During Gubbio’s May 15th Corsa dei Ceri (“race of the candlesticks”), passione comes in all sizes – from just-hatched little ones to the elderly – and in three colors: yellow, royal blue and black.
You’ll see more than one infant in a yellow kerchief and tiny yellow satin shirt and you might see a pre-schooler straddling his grandpas’s shoulders, both in bright royal blue shirts. An enthusiastic group of small children in black shirts, traditional Ceri white pants and red neck scarves clapping excitedly, danced to the music of the band on the steps of a medieval backstreet as I wandered Gubbio on the afternoon of May 15th.
Passione for the Ceri starts early – and lasts a lifetime. The marching brass bands trumpeting thoughout Gubbio during la Festa dei Ceri inflame that passione.
As always, la passione per i Ceri had me. And everyone else.
[lcaption]Santubaldaro young passion[/lcaption]
Little santubaldari, sangiorgiari, santantoniari had cheered along with their parents and grandparents as the Ceri were raised that morning in Piazza Grande and then run madly around Gubbio’s flag waving in the piazza. Saint Ubaldo, twelfth-century bishop and beloved patron saint of Gubbio – as well as patron saint of the stonemasons – tops the first Cero in the race, his yellow mantle unfurling behind him as his ceraioli set off in a mad dash. San Giorgio, patron saint of merchants, in helmet, bright royal blue tunic and astride his horse crowns the second Cero. Sant’Antonio, patron saint of farmers and students, dons a black tunic and tops the third Cero.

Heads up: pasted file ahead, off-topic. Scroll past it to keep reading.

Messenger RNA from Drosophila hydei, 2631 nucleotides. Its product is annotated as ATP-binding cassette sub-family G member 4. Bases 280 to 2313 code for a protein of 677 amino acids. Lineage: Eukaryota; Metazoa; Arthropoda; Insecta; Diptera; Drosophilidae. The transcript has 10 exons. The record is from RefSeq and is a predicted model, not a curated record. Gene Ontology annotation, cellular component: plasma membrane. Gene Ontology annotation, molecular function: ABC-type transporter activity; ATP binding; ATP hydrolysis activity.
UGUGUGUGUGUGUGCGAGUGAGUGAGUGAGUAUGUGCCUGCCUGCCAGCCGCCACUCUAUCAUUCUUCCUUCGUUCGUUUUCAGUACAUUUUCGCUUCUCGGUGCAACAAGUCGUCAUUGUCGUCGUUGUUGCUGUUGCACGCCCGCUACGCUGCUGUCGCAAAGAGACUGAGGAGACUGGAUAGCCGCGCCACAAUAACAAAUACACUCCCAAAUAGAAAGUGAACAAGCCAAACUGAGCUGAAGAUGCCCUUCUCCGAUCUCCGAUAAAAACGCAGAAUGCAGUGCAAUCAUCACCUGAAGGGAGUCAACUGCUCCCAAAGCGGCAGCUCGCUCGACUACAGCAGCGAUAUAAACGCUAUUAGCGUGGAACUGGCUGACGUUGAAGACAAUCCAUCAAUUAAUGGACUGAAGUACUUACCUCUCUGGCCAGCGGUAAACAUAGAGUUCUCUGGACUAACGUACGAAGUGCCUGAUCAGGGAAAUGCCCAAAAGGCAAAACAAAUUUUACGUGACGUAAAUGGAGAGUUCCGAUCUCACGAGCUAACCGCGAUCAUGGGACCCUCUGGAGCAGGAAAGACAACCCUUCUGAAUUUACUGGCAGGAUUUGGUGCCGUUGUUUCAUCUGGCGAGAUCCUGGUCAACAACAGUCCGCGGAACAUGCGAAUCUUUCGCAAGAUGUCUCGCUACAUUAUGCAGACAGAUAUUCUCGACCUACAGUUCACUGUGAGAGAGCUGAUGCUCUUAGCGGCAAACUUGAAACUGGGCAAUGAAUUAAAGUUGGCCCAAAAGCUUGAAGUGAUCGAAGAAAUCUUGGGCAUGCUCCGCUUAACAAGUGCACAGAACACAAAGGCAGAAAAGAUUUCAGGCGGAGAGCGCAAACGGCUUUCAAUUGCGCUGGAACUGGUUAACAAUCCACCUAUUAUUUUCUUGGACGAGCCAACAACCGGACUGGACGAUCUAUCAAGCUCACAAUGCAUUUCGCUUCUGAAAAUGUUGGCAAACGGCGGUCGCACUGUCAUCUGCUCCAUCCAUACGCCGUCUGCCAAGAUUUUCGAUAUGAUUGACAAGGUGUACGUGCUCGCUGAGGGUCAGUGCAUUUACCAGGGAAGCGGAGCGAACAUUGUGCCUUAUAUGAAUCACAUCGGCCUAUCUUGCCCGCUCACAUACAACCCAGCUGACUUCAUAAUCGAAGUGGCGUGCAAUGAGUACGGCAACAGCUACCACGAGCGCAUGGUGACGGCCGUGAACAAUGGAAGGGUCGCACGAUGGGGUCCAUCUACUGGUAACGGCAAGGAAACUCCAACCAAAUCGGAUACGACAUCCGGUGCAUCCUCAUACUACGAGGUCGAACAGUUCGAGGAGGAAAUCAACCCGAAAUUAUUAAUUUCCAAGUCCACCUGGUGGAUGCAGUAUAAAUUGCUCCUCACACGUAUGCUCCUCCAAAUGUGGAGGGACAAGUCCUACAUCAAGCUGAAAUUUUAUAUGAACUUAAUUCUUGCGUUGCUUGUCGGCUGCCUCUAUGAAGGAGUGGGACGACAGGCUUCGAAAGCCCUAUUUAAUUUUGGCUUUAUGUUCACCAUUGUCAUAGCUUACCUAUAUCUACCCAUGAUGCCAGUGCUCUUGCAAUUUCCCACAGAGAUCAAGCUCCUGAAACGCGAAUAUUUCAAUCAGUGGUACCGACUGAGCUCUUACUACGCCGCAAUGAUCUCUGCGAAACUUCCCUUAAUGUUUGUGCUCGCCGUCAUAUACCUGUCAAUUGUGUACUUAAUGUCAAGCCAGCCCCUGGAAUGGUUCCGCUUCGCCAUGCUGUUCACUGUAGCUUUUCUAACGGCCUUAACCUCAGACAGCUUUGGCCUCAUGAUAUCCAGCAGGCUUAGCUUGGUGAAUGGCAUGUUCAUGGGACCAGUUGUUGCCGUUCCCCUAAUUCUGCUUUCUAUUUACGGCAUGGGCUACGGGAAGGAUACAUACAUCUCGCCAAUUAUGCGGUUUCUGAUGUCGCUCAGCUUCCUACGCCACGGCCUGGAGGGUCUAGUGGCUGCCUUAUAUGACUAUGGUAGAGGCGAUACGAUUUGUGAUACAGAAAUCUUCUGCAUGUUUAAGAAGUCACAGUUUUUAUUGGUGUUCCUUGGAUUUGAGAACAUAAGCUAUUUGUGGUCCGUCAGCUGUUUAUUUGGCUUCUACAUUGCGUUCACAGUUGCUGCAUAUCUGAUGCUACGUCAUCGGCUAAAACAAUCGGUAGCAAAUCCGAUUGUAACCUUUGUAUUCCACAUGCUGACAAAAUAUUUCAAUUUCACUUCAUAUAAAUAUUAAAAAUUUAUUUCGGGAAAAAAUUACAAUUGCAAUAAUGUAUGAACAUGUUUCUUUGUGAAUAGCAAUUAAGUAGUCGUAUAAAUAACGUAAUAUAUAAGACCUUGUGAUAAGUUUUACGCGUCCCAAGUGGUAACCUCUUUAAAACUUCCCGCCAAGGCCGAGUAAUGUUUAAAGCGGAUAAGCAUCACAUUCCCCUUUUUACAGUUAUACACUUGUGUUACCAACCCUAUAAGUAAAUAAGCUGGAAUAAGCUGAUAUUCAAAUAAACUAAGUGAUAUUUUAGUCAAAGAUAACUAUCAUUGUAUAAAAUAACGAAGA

After the emotionally-charged alzata (“raising up”) of the three Ceri – if possible, in unison – the three huge pyramidical structures (weighing over 700 lbs each) are run around the huge red flag of Gubbio, waving in the breeze in the center of the piazza. Three times around. Three Ceri surmounted by three saints (and just “baptized” with the water of three maiolica pitchers). Three stops on the run to be made that evening up the mountain to the Basilica di Sant’Ubaldo.
[lcaption]The three pitchers leave Palazzo dei Consoli[/lcaption]
Three. That sacred number. But the pagan and Christian fuse in the Corsa dei Ceri. For most Eugubini, I Ceri, represent the huge candlesticks which the nobility bore solemnly in Sant’Ubaldo’s funeral procession on May 16, 1160. But May is the month of fecondity and fertility, rich in orgiastic rites in Roman Iguvium and before that, in the pre–Roman Umbrian Ikuvium. Cerfus was the Umbrian god of fertility; Romans celebrated Ceres. Cerfu, Ceres, Ceri.
With tension and anticipation cresting as we awaited l’Alzata, I turned to chat with a young couple in royal blue shirts: appassioned sangiorgiari. i asked them if they saw anything phallic in the raising up of the Ceri.
They looked stunned – and then perplexed. Very kindly, they tried to explain to an uninformed tourist, “no Signora, i ceri sono in onore di Sant’Ubaldo”. And then the huge bronze bells in the belfry above started tolling, the trumpeters in medieval dress blared out the ceremony’s start, the massive doors of the 14-century Palazzo dei Consoli opened and hundreds of ceraioli for each of the tree teams came barreling down the steps, holding their Ceri aloft – as we three cheered madly with the crowd.
Read about Gubbio
Read more about the Ceri – and la passione
Click here to read about Assisi’s amazing May festival, Calendimaggio
Read about another Umbrian festival with Ceri similaritites
For more on La Corsa dei Ceri story, click here
Not to be believed until you see it
See and feel the emotion of the Alzata on YouTube
Click here to read about La Corsa dei Ceri in Jessup, Pennsylvannia (!) run by descendants of Eugubini.
Read why rain never dampens Ceri passione